US congressional leaders have agreed to a presidential request for up to $400 million in funding for covert operations against Iran, according to a report in the New Yorker magazine.
Previous cross-border operations have included the capture of Iranian security officers and the backing of anti-Tehran armed groups, said the report by Seymour Hersh, the investigative reporter.
The operations have been taking place since last year, the article said.
Bush's request, made through a Presidential Finding document, was approved by US congressional leaders, including Democrats, late last year, the report said.
Cross-border US operations against Iran include seizing members of the Iranian Revolutionary Guards and taking them across the border to Iraq for interrogation, the report said.
But the scale and the scope of the operations in Iran, which include the CIA, have now been significantly expanded, the New Yorker said, citing current and former officials.
Armed Sunni groups
|Hersh says he believes the US is planning a possibe strike on Iran [GALLO/GETTY]
The operations also include providing support to armed Sunni Muslim groups opposed to the Iranian government, which is Shia.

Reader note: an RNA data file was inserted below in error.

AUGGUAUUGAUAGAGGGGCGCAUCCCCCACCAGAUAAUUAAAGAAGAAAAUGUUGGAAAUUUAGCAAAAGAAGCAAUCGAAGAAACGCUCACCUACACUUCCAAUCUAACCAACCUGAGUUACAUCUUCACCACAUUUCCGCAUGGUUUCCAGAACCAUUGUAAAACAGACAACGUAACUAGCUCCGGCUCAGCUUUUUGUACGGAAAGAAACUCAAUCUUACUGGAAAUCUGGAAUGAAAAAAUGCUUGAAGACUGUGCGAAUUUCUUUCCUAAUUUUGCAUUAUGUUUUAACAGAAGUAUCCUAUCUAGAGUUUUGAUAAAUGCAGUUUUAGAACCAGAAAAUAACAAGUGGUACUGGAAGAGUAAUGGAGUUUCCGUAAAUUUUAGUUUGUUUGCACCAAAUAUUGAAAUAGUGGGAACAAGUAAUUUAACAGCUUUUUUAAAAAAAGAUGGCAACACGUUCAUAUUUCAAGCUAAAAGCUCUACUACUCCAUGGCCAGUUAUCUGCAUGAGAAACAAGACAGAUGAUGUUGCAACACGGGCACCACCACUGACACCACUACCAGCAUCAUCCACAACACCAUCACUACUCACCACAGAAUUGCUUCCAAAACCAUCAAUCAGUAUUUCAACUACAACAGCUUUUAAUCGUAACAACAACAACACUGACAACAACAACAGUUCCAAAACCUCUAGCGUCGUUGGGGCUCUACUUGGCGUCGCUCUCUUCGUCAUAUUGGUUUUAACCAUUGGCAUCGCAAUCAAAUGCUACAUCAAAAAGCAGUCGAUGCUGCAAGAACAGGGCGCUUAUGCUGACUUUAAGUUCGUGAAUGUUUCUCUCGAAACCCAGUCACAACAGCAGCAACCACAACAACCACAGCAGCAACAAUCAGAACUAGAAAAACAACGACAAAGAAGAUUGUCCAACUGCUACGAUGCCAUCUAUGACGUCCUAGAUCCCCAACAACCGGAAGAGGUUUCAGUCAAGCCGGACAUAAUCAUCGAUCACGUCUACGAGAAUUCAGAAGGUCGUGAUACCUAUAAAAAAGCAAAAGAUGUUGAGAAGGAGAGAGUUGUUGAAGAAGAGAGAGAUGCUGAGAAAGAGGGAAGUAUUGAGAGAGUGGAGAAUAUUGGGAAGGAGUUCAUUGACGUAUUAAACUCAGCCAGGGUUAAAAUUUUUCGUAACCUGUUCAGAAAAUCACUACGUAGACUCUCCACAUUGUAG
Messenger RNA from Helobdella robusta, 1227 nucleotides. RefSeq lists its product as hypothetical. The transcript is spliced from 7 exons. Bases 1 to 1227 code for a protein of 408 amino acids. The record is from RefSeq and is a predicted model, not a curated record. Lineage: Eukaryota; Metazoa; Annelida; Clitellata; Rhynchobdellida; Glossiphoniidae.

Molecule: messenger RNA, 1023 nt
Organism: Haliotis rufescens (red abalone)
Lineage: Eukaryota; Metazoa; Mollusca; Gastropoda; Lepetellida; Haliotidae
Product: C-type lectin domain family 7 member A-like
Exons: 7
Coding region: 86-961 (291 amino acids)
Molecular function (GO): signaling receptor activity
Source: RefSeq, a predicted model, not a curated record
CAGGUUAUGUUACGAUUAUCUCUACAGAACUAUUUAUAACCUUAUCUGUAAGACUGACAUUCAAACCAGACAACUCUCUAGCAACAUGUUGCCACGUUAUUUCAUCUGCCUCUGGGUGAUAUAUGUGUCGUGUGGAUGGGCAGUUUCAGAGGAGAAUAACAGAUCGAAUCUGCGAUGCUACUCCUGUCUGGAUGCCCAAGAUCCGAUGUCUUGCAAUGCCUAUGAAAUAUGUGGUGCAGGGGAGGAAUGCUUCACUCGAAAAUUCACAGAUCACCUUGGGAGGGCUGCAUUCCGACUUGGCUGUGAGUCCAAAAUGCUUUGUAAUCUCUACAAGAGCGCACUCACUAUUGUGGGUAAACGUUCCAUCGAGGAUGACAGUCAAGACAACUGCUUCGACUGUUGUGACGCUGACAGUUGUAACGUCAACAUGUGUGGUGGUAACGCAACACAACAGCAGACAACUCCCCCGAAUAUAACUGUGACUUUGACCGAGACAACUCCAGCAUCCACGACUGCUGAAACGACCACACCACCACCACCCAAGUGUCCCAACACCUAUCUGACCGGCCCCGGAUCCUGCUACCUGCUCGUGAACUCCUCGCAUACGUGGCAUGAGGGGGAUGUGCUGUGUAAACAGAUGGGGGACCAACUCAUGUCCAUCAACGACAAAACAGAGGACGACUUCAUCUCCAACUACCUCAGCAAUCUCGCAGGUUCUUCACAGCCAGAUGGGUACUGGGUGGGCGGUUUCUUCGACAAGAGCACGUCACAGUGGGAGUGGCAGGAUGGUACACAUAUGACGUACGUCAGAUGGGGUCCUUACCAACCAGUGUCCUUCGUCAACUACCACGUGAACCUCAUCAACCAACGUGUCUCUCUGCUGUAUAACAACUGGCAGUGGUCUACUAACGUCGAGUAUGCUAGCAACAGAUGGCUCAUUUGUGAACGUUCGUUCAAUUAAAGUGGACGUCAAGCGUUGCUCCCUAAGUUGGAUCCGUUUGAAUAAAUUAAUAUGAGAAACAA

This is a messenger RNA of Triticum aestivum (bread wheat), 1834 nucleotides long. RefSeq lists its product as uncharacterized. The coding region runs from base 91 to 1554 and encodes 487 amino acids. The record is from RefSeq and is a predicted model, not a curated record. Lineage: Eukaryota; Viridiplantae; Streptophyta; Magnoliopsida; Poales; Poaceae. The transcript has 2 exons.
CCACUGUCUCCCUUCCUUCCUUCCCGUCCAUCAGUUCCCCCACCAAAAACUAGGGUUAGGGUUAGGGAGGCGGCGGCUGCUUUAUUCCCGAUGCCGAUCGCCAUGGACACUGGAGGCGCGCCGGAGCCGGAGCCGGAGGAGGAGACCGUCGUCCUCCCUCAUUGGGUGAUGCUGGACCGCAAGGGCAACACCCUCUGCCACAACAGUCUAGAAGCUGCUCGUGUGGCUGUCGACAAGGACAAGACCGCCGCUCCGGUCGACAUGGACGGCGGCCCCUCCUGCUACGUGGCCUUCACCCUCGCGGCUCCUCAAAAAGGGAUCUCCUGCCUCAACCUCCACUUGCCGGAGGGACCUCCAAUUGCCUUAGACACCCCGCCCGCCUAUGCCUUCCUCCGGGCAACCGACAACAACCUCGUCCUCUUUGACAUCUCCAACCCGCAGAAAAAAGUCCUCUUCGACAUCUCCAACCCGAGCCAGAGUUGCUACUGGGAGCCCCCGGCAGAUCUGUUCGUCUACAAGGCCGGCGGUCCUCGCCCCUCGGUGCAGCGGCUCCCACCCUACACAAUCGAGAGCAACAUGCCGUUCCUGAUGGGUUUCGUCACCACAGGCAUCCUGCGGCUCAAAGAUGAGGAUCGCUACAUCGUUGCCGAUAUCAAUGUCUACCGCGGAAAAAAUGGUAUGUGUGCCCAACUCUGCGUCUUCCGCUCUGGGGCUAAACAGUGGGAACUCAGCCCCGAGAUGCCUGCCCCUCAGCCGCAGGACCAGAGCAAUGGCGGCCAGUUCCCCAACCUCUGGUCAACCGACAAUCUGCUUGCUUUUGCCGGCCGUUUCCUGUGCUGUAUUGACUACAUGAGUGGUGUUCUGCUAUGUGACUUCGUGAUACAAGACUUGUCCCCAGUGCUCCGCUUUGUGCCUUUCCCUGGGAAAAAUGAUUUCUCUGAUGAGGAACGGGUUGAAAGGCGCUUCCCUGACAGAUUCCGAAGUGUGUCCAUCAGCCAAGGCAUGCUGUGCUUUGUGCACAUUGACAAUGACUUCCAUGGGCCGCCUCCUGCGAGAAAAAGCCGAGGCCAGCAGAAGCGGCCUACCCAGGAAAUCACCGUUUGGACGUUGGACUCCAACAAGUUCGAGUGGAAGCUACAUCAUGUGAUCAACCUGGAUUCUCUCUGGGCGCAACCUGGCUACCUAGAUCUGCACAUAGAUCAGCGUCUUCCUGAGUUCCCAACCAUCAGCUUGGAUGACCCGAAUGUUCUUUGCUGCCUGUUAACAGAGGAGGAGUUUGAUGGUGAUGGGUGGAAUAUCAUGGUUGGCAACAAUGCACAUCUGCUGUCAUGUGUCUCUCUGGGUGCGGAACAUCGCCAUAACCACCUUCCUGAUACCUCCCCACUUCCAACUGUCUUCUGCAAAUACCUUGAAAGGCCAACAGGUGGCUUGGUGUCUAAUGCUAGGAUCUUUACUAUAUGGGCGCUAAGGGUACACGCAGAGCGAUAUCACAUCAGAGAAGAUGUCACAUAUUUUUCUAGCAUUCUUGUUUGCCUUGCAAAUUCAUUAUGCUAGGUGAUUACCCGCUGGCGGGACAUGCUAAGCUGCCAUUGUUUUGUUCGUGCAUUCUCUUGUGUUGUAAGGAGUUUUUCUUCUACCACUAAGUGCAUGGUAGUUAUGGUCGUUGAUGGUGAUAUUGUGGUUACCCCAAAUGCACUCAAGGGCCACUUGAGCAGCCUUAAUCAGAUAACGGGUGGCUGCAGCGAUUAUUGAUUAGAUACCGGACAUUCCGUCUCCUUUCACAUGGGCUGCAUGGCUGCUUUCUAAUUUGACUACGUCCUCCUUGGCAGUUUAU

Among groups inside Iran benefiting from US support is the Jundallah, also known as the Iranian People's Resistance Movement, according to Robert Baer, a former CIA officer cited by the article.
Vali Nasr, an Iran analyst, told Hersh that the group was a vicious organisation suspected of links to al-Qaeda.
The article said US support for the dissident groups could prompt a violent crackdown by Iran, which could give the Bush administration a reason to intervene.
Ryan Crocker, the US amabassador to Iraq, told the CNN news channel that he had not read the article, but denied the allegations of cross-border operations.
"I'll tell you flatly that US forces are not operating across the Iraqi border into Iran, in the south or anywhere else," he said in an interview from Baghdad on Sunday.
Hersh has written previously about possible administration plans to go to war to stop Tehran from obtaining nuclear weapons.
An April 2006 article in the New Yorker that suggested "regime change" in Iran, whether by diplomatic or military means, was Bush's ultimate goal.
Iran maintains that its nuclear activities are for peaceful energy purposes only.
Hersh told Al Jazeera that he believed the US was planning for a possible strike against Iran, something that was being pushed by Bush and Dick Cheney.
"The president and the vice-president truly believe that the Iranians have [nuclear]bombs or will have them soon, no matter what their own intelligence says."
In December, a joint report by US intelligence agencies found that Iran was less determined to develop nuclear weapons than was previously thought.
Hersh said he also believed a strike was more likely if Barack Obama, the US Democratic presidential candidate, became favourite to win November's presidential poll.
Howeever Hersh said he thought that Bush and Cheney believed their policies would be safe in the hands of John McCain, the Republican presidential candidate.